UAVs in the NOTAMS.....and I think one is at Base Camp!

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posted on Jan, 18 2013 @ 02:32 AM
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Both NOTAMs indicates that the UAV will operate over a 2.5 nautical mile
radius. Pretty tight. The notams are effective from 01/21/2013 at 1500zulu (7AM local) through 01/25/2013 0100zulu which is actually 1/24/2013 at 5PM local. Even though they are two different notams, the operational period is the same, so the events could be related. However, there is nothing to indicate the UAVs will transit between these locations.

TPH is civilian airport to the east of the town of Tonopah, and to the north of the Tonopah Test Range.


ZLC SALT LAKE CITY (ARTCC),UT. !CDC 01/031 ZLC AIRSPACE UNMANNED ACFT 2.5 NMR 43 ENE TPH 1200/BLW WEF 1301121500-1301250100


ENE is 67.5 degrees, though it isn't clear if they
mean magnetic or true. The spot is 43 nautical miles from TPH.

If magnetic vector, the spot would be N38 10 56.1 W116 11 57.7. Not so exciting.

If true vector, it would be N38 20 34.1 W116 15 00.0. That is the infamous "Base Camp."
Base Camp

--------------------------

!CDC 01/030 ZLC AIRSPACE UNMANNED ACFT 2.5 NMR TQQ351005.5 1200/BLW WEF 1301121500-1301250100


Note that TQQ is the VOR at the Tonopah Test Range. Why it isn't TNX (the airport designation) is a good
question.

This is 5.5nm on the magnetic 351, or N37 53 21.7 W116 46 22.2. That is
just north of the TTR border.




posted on May, 25 2013 @ 01:49 AM
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If i remember correctly, notams are always true readings, not magnetic.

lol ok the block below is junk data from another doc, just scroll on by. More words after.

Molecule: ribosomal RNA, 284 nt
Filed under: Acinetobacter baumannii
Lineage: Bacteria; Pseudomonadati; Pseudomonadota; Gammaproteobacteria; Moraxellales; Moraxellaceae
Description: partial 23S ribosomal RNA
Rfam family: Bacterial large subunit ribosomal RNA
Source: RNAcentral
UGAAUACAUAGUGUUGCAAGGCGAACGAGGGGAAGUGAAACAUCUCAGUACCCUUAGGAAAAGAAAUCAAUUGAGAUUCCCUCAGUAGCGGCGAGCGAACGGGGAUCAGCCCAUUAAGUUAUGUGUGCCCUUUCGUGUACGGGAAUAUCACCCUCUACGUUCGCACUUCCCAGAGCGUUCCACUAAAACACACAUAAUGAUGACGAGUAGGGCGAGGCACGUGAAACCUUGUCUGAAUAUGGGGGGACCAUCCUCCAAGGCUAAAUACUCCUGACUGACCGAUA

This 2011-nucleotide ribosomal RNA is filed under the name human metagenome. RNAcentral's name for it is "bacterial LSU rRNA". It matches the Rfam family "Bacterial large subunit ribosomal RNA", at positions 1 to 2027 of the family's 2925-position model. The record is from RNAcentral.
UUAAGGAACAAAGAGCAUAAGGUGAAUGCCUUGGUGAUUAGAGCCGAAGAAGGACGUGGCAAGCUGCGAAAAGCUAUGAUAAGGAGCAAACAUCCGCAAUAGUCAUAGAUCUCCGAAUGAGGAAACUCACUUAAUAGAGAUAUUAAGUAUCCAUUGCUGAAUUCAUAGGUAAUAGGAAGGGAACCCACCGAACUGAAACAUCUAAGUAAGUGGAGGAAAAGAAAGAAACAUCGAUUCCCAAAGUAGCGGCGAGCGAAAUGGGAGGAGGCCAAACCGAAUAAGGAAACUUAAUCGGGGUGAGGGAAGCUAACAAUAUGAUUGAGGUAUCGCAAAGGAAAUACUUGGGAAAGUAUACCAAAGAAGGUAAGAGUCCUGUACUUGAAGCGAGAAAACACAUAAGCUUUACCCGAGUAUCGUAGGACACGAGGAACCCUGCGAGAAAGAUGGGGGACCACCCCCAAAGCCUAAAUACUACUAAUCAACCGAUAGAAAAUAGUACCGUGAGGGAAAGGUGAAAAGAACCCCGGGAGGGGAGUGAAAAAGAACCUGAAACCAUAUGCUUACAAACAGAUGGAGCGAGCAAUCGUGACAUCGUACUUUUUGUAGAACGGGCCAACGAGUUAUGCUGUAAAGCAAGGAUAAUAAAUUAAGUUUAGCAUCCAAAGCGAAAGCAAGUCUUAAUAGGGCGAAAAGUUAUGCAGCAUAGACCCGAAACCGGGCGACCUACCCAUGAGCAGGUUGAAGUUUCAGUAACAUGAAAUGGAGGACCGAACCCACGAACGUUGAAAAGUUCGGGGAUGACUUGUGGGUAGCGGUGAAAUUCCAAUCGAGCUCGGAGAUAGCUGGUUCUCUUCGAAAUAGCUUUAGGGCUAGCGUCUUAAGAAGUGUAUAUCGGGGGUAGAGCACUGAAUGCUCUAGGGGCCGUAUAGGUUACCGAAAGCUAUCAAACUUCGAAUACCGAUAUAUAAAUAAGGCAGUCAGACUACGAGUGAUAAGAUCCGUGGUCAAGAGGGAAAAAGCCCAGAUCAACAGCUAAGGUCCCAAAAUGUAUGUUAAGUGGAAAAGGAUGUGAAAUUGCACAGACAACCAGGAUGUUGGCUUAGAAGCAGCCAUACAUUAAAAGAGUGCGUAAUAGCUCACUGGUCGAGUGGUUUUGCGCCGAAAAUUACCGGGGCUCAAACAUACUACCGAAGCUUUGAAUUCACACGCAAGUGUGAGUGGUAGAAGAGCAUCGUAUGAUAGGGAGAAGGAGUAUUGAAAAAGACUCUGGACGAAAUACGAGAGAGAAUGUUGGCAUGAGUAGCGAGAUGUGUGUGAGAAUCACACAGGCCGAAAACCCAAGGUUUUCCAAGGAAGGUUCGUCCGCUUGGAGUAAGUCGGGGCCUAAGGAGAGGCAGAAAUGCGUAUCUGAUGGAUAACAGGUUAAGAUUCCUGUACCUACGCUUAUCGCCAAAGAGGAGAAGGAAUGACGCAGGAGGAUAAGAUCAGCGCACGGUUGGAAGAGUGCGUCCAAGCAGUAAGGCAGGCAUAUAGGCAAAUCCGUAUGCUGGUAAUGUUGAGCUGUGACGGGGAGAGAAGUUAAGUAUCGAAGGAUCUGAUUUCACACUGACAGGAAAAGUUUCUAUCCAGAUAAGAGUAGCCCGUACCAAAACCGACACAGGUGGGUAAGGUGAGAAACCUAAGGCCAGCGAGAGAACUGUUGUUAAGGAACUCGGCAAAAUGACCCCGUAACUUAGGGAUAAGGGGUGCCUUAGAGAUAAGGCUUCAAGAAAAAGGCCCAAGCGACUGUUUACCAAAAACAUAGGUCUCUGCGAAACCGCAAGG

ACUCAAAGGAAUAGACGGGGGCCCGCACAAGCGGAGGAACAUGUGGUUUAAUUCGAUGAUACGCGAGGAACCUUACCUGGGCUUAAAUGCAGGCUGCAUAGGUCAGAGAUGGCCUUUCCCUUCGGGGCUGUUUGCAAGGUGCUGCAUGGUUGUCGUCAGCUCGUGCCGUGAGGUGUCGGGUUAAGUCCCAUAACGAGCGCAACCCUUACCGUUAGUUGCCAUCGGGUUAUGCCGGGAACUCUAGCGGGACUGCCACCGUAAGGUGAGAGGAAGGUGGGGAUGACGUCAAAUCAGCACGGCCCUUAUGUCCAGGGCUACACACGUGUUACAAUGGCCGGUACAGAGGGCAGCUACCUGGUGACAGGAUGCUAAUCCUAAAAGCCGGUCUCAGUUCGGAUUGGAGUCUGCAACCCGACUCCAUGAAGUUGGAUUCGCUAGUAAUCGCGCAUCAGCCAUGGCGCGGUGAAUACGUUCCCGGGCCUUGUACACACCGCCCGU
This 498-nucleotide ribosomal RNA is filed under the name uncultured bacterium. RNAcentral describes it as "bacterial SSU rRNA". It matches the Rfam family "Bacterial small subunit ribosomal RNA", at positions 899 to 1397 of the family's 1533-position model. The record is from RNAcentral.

posted on May, 25 2013 @ 01:31 PM
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reply to post by boomer135
 


Most aviation vectors are magnetic. I'm having a hard time finding the R&R, but I know when both bearing/range and lat/lon are supplied, the vector is magnetic. The VOR has a stated magnetic variation, which I then enter into the electronic map program.

That said, the format of the NOTAM in question was not bearing/range in the numerical sense. Rather they used EWE, which to me would indicate a true vector. That does put it at Base Camp.

FAA R&R on location



3-1-3. TRUE/MAGNETIC DIRECTIONS All radials, courses, and bearings specified in an NPRM must be stated both as true and magnetic, except magnetic need not be stated in terminal airspace notices.


So the default is magnetic. This causes all sorts of annoyances in using crash reports. The crash report can use statute or nautical miles, true or magnetic vector, and the reference point can be the town or the VOR. Then to top it all off, the location isn't correct using any combination of the above.

All these abbreviations really need to go. The FAA is working on plain text notams, but it never seems to get implemented. Even people who should know the notam format screw up, especially when it comes to Zulu time. Nellis is notorious for getting it wrong.

I found an "experimental" NOTAM decoder. Use at your own risk.
NOTAM decoder
edit on 25-5-2013 by gariac because: (no reason given)



posted on May, 25 2013 @ 02:01 PM
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reply to post by gariac
 


Your right I should have elaborated a little. ENE is a true reading, and if they gave you say 50 Nautical miles bearing 67.5 degrees or something it would be magnetic of course.



posted on May, 25 2013 @ 02:05 PM
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A little off topic but check out Edwards today...

M0149/13 - MULTIPLE UNMANNED ROCKET LAUNCHES NORTH OF EDWARDS (AERIAL ACRES)

35 06' 16N, 117 47' 42W, AVOIDANCE AREA 3NM SFC TO 18,000 MSL. 25 MAY 16:00
2013 UNTIL 25 MAY 22:00 2013. CREATED: 22 MAY 16:01 2013






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